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FAQ: Post Polio Syndrome Print E-mail
Written by Jessica Smith   
Sunday, 08 November 2009

Post polio syndrome (PPS) affects people who have had the poliomyelitis virus, or polio, anywhere from 10 to 40 years before. Of the 300,000 polio survivors in the US, one-quarter to one-half will have symptoms of PPS. If the initial bout with polio was severe, there is a greater chance of developing post polio syndrome. There is also a greater chance of developing more severe PPS symptoms.

What is going on in the body?

Individual nerve terminals in the motor units die, causing deterioration. Muscles that were already weakened by the first bout with the polio virus become even weaker.

PPS is usually not life-threatening unless breathing is impaired. Post polio syndrome is not a recurrence of polio. It is a response to polio, rather than a part of it.

What are the causes and risks of the disease?
The cause of PPS is the death of individual nerve terminals in the motor units that remain after a bout of polio.

The deterioration may actually result from the process of recovery from polio. During recovery, surviving motor neurons sprout new endings. This allows the body to regain function. The motor units become large and add stress to the body. The person may have normal function for quite some time, even years. But the body may not be able to meet the metabolic demands of all the new sprouts. A slow deterioration can develop. Nerves may be restored again, but eventually the nerve terminals are destroyed. The body develops permanent weakness.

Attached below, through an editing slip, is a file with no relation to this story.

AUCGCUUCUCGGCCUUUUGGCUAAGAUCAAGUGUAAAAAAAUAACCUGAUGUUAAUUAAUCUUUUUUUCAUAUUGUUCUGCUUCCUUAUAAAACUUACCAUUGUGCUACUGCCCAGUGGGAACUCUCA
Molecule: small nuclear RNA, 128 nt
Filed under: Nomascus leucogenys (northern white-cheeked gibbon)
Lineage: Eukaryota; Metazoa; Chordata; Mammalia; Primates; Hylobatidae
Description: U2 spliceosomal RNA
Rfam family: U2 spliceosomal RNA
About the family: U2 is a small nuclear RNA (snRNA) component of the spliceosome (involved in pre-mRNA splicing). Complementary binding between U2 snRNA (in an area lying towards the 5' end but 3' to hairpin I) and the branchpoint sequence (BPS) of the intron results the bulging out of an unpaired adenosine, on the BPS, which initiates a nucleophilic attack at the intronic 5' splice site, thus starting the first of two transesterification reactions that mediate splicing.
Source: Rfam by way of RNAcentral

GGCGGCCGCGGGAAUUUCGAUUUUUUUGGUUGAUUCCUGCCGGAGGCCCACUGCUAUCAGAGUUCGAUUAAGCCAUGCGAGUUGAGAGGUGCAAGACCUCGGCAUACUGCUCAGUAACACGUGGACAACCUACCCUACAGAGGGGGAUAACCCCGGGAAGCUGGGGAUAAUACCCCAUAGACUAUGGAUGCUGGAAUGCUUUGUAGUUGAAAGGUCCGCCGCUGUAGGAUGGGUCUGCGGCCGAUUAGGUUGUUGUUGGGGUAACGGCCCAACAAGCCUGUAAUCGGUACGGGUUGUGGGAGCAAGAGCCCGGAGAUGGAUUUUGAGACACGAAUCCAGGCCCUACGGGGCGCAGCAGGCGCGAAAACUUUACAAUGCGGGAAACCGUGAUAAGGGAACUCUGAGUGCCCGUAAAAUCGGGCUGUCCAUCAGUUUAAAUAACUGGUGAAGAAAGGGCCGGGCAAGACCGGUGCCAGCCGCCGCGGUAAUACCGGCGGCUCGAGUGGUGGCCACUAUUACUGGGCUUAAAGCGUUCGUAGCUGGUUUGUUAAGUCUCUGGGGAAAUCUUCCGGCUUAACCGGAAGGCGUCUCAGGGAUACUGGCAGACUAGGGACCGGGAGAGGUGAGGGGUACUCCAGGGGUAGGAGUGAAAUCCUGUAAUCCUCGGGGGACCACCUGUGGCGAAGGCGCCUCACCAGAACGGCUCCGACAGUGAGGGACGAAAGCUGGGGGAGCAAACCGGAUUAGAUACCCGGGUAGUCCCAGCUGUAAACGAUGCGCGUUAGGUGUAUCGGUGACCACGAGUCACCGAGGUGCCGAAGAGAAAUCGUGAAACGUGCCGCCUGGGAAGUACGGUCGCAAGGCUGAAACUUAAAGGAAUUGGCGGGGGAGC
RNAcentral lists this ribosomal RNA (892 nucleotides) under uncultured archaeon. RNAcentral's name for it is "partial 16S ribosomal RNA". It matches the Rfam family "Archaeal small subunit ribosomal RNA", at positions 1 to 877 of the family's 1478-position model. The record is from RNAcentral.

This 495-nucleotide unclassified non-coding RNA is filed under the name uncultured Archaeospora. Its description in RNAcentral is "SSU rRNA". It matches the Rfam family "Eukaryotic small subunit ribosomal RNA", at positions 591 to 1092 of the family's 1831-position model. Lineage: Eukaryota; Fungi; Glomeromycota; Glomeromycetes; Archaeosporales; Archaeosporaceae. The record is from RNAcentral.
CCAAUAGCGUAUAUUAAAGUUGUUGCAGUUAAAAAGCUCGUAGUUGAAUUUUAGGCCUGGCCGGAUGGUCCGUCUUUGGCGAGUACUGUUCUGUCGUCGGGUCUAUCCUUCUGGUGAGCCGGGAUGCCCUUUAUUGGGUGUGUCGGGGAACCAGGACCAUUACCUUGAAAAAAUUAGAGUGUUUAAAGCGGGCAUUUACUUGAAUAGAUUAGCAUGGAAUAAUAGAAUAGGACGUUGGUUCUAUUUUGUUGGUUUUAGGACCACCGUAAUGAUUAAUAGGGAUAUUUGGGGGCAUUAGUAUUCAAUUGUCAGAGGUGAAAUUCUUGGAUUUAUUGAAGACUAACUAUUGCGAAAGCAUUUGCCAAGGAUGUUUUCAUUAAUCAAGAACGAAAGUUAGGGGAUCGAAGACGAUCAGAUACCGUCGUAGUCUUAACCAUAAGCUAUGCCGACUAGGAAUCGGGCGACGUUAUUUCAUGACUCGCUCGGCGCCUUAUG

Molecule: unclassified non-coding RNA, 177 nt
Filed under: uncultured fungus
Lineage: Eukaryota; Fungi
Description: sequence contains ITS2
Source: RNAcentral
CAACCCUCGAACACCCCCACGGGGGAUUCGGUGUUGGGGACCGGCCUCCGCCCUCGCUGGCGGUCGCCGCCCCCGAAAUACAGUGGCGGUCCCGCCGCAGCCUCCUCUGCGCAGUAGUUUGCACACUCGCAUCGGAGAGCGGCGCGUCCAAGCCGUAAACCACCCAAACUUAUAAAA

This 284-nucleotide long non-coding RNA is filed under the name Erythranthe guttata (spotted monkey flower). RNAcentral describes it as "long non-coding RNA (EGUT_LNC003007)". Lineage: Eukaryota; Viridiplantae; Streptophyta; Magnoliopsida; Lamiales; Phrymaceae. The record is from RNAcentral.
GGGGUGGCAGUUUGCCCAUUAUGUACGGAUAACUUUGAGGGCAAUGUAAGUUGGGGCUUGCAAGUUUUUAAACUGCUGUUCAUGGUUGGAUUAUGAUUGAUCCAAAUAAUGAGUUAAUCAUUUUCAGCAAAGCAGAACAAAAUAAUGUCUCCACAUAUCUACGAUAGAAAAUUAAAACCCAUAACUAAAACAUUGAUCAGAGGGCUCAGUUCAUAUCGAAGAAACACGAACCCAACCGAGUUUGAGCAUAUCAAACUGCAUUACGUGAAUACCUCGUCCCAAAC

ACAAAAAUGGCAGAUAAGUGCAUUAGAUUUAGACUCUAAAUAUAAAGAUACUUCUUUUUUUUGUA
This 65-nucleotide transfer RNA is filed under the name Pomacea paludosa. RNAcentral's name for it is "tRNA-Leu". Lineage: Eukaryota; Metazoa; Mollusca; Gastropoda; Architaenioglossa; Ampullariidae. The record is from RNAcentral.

This hypothesis fits with the unpredictable course of post polio syndrome. Post polio syndrome progresses very slowly and there are long periods of stability.

What are the treatments for the disease?
The medication pyridostigmine can make some people feel less tired. Several medications are being studied that may improve strength or help motor neurons to grow.

The role of exercise is much debated. Some healthcare providers think exercise can worsen the condition and that rest will preserve energy. Others believe that exercise, in moderation, can help. The current recommendation is to test people with PPS to find their tolerance. Tolerance is the level at which people begin to get tired or uncomfortable. People are then taught to exercise within their tolerance limits. They are learn to pace themselves so they do not become fatigued. There is ongoing debate about which types of exercise may be helpful and which types may be harmful.

What are the side effects of the treatments?

All medications can have side effects. Medications that combat fatigue may cause sleep disorders such as insomnia in some people.

What happens after treatment for the disease?
The course of post polio syndrome is unpredictable. However, a healthy lifestyle and exercise within tolerance can increase the individual's quality of life.

How is the disease monitored?
Regular visits to the healthcare provider are needed to monitor muscle weakness and fatigue over time.


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